Architecture

Heidelberg, Germany is Getting a Stunning New Landmark

Heidelberg is a picturesque town on the Neckar River in southwestern Germany. It is home to such architectural treasures as Heidelberg University, founded in the 14th century. Pretty soon, it will be getting another landmark, or rather a re-designed version of an existing structure

Energy Park in Heidelberg

LAVA (Laboratory for Visionary Architecture) was the winner of the competition to redesign an energy park and energy storage building in Heidelberg, Germany. It is meant to transform the current storage cylinder into a knowledge centre, tourist attraction and city icon. The storage center and park will be fully accessible to the public with city views. Check out the design. It’s stunning.

Heidelberg Energy Storage Center
Source: LAVA

Geometries of nature serve as the inspiration of a multi-layered facade structure. Tilted elliptical rings positioned around the cylinder continue in the outer façade with “energy loops” circling the structure and rising dramatically to the top. Around 20,000 diamond-shaped plates of thin stainless steel are hooked with a simple elastic connection in the meshes of this steel network allowing them to twist up to 90 degrees in the wind. “This number of plates matches the number of households supplied with energy by the network,” explained Tobias Wallisser, LAVA director.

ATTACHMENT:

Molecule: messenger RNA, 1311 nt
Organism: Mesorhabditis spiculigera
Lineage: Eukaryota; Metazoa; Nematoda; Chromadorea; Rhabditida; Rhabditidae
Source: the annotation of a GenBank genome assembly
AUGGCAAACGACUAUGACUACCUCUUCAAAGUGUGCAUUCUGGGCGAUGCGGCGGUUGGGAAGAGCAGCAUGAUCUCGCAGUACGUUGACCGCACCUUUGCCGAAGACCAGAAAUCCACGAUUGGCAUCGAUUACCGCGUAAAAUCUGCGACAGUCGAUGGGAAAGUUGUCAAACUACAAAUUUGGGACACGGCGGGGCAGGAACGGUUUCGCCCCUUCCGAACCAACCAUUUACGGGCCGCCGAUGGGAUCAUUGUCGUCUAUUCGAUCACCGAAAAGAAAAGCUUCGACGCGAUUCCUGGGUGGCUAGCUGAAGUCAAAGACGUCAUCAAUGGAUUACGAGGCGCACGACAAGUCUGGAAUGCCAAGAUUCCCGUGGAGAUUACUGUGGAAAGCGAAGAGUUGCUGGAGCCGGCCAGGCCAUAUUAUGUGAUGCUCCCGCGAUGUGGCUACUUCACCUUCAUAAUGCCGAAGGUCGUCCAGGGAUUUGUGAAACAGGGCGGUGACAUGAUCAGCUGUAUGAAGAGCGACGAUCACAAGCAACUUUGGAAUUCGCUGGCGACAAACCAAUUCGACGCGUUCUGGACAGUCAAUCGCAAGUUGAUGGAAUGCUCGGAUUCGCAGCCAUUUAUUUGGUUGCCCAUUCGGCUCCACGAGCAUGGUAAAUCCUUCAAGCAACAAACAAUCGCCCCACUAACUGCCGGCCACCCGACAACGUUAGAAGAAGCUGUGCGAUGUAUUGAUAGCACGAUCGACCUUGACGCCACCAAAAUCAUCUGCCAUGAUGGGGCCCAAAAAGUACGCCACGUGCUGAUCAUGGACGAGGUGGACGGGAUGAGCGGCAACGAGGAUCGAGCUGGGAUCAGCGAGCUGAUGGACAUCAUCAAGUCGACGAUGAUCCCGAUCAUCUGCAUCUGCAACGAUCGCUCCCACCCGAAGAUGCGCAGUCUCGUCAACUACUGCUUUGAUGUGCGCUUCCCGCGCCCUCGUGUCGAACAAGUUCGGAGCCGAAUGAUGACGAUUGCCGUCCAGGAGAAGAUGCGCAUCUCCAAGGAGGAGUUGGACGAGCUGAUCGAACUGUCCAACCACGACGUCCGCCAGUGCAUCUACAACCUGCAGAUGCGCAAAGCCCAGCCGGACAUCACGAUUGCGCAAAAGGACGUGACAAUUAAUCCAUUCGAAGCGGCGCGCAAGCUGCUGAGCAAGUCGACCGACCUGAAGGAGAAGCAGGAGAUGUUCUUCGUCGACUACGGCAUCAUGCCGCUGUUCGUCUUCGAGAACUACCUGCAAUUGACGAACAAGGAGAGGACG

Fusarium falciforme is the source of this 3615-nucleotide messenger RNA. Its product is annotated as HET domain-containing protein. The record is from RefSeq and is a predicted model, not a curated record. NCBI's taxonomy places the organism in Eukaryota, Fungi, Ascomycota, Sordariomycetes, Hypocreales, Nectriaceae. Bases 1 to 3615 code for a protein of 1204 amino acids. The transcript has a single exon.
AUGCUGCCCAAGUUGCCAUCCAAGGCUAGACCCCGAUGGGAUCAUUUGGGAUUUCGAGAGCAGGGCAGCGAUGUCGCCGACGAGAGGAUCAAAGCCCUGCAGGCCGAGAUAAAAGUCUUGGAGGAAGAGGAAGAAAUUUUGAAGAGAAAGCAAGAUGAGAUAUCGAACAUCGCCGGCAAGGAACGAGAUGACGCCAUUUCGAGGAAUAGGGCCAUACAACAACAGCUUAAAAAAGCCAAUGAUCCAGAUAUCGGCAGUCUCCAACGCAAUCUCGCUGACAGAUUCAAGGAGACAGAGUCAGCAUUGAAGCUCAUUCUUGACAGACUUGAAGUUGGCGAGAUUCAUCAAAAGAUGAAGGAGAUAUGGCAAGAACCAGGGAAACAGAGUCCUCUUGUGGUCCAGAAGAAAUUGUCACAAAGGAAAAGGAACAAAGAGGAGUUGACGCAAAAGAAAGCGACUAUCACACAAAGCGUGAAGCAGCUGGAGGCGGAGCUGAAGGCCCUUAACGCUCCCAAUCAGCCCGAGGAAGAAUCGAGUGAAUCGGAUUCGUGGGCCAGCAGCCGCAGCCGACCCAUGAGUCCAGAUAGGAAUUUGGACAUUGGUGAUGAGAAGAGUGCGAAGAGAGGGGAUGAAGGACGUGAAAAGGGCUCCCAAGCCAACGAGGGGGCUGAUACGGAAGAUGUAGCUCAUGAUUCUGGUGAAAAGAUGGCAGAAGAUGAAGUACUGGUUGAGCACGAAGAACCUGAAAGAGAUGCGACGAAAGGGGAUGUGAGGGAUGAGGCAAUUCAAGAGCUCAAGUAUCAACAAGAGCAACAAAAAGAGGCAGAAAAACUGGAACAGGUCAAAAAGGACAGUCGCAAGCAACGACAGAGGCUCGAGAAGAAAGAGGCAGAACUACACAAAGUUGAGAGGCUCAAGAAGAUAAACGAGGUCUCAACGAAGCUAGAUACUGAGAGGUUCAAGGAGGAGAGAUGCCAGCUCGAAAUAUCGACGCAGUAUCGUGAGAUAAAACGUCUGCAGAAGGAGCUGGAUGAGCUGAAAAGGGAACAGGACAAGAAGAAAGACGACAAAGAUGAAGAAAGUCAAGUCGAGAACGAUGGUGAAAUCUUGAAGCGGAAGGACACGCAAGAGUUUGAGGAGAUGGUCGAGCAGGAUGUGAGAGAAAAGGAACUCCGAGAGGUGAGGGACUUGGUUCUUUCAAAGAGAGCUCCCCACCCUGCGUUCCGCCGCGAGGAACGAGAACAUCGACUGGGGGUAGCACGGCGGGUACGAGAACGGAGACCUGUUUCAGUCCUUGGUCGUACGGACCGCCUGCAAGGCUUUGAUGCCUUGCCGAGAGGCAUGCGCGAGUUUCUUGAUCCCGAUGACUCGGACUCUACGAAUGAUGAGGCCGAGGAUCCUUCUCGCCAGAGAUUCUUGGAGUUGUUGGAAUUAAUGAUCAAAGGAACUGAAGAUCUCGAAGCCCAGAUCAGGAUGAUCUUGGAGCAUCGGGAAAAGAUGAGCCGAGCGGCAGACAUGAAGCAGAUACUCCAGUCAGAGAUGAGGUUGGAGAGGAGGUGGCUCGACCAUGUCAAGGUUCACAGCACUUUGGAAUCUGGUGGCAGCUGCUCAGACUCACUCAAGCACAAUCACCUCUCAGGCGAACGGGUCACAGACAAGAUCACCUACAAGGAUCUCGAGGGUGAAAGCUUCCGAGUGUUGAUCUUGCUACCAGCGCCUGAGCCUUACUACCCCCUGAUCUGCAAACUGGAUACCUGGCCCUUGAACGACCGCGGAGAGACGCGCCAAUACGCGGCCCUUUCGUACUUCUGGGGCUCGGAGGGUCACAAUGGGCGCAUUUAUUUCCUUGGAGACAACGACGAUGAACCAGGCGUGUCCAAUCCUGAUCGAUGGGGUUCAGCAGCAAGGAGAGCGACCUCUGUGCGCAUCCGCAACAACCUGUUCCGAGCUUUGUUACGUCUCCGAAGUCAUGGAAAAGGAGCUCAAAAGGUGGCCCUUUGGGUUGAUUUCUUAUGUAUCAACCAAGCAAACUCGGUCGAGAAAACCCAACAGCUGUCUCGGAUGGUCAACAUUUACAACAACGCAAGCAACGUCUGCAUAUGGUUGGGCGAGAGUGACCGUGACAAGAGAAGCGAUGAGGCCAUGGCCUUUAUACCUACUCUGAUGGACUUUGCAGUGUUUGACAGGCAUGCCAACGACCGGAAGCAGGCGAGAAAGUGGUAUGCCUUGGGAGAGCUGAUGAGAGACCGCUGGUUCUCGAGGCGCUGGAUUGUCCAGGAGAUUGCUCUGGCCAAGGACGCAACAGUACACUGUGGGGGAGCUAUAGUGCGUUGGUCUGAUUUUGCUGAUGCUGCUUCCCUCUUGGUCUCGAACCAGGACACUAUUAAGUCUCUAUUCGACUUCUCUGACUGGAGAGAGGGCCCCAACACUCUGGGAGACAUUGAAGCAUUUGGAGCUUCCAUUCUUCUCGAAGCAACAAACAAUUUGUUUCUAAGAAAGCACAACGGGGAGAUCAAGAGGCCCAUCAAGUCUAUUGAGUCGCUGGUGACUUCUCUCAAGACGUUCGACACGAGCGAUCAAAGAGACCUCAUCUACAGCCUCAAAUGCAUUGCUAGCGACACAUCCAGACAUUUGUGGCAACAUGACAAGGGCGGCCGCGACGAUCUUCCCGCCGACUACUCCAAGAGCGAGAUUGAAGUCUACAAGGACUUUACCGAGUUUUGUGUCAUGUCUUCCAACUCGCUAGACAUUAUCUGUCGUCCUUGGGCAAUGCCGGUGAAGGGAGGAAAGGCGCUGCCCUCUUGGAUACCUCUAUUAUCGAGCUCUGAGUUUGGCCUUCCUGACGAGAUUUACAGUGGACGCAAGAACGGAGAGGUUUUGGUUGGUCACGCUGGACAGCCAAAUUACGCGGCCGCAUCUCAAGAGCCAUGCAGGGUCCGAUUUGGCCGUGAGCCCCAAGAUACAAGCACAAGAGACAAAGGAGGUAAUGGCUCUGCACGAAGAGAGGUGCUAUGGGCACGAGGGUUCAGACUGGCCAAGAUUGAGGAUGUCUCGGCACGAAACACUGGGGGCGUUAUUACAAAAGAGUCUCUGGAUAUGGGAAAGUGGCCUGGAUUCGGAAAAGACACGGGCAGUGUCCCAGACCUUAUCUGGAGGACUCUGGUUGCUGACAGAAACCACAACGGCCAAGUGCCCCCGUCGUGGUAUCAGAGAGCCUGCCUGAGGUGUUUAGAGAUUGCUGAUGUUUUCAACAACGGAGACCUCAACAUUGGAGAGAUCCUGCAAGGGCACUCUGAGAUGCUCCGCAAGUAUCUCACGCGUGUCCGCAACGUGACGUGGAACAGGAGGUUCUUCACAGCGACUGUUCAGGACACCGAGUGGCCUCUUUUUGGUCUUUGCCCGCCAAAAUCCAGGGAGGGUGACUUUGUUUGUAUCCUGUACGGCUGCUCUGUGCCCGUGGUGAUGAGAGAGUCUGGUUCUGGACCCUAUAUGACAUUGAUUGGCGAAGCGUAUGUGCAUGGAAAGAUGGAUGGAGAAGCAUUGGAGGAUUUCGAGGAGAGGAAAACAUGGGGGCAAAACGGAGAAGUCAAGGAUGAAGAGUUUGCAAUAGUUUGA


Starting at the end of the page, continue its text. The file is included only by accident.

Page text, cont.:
arcbazar-banner

At night, the static inner shell will be illuminated with blue, green, and white LED lighting mounted below the stairs.

“Visitors will experience this exciting place as a three-dimensional structure. Across a bridge, they will reach an elliptical entrance level. Two elevators take them on a journey, giving panoramic views as they are transported to a roof terrace with large staggered terraces and event spaces and a bistro. The emergency stairs are two vertical promenades of knowledge,” says Tobias Wallisser.

Source: LAVA
Source: LAVA

Construction will commence in 2017. The complex will be one of the tallest buildings in Heidelberg and will be a strong symbol of the transition towards renewables.

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